I understand the argument behind your proposal, but I am not sure it will please any party. Still, we need all the ideas and opinions we can get. Parliament will be discussing the issue, so you may want to email Halimah Yacob about this scheme.

    By Blogger angry doc, At July 15, 2008 3:05 pm  

  • Hi angrydoc, I am not one to email to MPs. Perhaps you could do it on my behalf.

    Thanks.

    By Anonymous Anonymous, At July 15, 2008 4:08 pm  

  • One of the big problems with organ trading that has not been alluded to is that organ donation in Singapore is hazardous!

    There has been at least one kidney donor death and at least one liver donor death with the total number well under 1000 kidneys and 200 livers...

    WE are thus not asking people to sell their hair for wigs (as in the O.Henry story) but asking them to take enormous risks




    Organ goes to husband, then she dies in probably the first such death
    By Salma Khalik
    HEALTH CORRESPONDENT

    AN ORGAN donor who died shortly after an operation to remove her
    kidney last week is believed to be the first donor death in almost 30
    years of living-related kidney transplants.


    The 33-year-old woman donated one of her kidneys to her husband, who
    had been on dialysis for several years.

    A few hours after the operation on Feb 16, she collapsed and died
    while recovering in a ward at the National University Hospital.

    Ann Acad Med Singapore. 2007 Aug;36(8):623-30.Click here to read Links
    Adult living donor liver transplantation in Singapore: the Asian centre for liver diseases and transplantation experience.
    Polido WT Jr, Lee KH, Tay KH, Wong SY, Singh R, Leong SO, Tan KC.

    Asian Centre for Liver Diseases and Transplantation, Gleneagles Hospital, Singapore. wpolido@yahoo.com

    INTRODUCTION: Living donor liver transplantation (LDLT) has progressed dramatically in Asia due to the scarcity of cadaver donors and is increasingly performed in Singapore. The authors present their experience with adult LDLT. MATERIALS AND METHODS: Adult LDLTs performed at the Asian Centre for Liver Diseases and Transplantation, Singapore from 20 April 2002 until 20 March 2006 were reviewed. All patients received right lobe grafts and were managed by the same team throughout this period. Data were obtained by chart review. This study presents both recipient and donor outcomes in a single centre. RESULTS: A total of 65 patients underwent LDLT. Forty-three were genetically related while 22 were from emotionally-related donors. success rate. The mean follow-up (snipped)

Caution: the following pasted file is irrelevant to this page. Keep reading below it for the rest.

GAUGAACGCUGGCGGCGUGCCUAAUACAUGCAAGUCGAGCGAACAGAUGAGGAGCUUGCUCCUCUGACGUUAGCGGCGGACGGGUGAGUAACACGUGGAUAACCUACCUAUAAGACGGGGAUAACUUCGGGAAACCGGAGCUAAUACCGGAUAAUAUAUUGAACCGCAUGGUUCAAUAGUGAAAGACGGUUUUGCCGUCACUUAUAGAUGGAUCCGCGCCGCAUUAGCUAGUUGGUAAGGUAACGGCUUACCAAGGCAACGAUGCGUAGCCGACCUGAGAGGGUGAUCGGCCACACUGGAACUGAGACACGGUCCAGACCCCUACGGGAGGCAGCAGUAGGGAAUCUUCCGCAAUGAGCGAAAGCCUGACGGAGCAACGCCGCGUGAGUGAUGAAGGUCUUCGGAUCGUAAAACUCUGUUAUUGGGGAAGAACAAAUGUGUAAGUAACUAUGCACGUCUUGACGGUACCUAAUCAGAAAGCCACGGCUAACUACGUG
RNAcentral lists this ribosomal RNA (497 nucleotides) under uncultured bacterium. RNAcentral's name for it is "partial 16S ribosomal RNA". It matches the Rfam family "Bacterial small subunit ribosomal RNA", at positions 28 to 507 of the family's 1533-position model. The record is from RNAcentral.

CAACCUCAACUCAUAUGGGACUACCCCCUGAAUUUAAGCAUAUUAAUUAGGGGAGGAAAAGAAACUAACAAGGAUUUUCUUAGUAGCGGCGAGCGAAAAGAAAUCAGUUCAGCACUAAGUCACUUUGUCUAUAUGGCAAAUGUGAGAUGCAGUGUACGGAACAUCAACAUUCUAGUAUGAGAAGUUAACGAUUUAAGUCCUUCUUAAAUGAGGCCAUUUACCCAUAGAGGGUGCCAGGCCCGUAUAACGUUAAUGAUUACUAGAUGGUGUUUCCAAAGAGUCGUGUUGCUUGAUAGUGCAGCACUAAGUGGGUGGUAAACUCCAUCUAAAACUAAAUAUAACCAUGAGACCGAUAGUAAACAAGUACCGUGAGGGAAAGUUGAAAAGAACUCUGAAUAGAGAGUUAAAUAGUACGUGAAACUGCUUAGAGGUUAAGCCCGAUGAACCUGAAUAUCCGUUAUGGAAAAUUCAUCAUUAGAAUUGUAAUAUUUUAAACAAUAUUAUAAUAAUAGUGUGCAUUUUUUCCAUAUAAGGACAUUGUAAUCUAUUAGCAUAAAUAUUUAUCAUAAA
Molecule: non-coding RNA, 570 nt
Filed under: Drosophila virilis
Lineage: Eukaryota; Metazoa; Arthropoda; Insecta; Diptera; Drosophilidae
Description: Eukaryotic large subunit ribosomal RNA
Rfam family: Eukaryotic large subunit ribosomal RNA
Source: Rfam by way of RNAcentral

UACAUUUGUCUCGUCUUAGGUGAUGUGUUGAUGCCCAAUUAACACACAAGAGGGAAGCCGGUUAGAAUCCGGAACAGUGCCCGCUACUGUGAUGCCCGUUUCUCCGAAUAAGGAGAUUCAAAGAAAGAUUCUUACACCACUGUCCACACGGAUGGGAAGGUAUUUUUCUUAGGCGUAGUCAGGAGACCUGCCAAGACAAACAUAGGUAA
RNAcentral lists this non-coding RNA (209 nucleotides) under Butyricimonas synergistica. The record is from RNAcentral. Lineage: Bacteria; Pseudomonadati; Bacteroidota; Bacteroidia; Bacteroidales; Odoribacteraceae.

There was 1 donor mortality and morbidity rate was 17%. Our series is in its early stage with good perioperative survival outcome with 1-month and 3-month actuarial survival rates of 95.4% and 87.3% respectively.

    By Anonymous Anonymous, At July 15, 2008 10:01 pm  

  • Based on that risk argument.....ALL THE MORE there should be compensation to the donor for taking those risks!

    Right now we are asking people to donate their kidneys FREE OF CHARGE and take those "deadly risks"?

    Might as well just ban organ transplants altogether in the name of protecting the donors from doing "stupid things".

    Too bad for kidney failure patients and other organ failure patients. Just be prepared to die. We can't afford to risk hurting someone else to save you. It does make sense if you think about it too.

    But my premise is willing buyer, willing seller and the freewill of a person to decide what he/she wants to do after considering all the issues and information.

    By Anonymous Anonymous, At July 16, 2008 10:00 am  

  • Kidney failure patients do not die without transplants! They can live for years with dialysis...

    I like your anarchist ideas! The government should stop protecting us from taking risks by loosening the seatbelt laws, disbanding the police, Singapore Armed Forces etc, way cool :-)

    By Anonymous Anonymous, At July 17, 2008 10:08 pm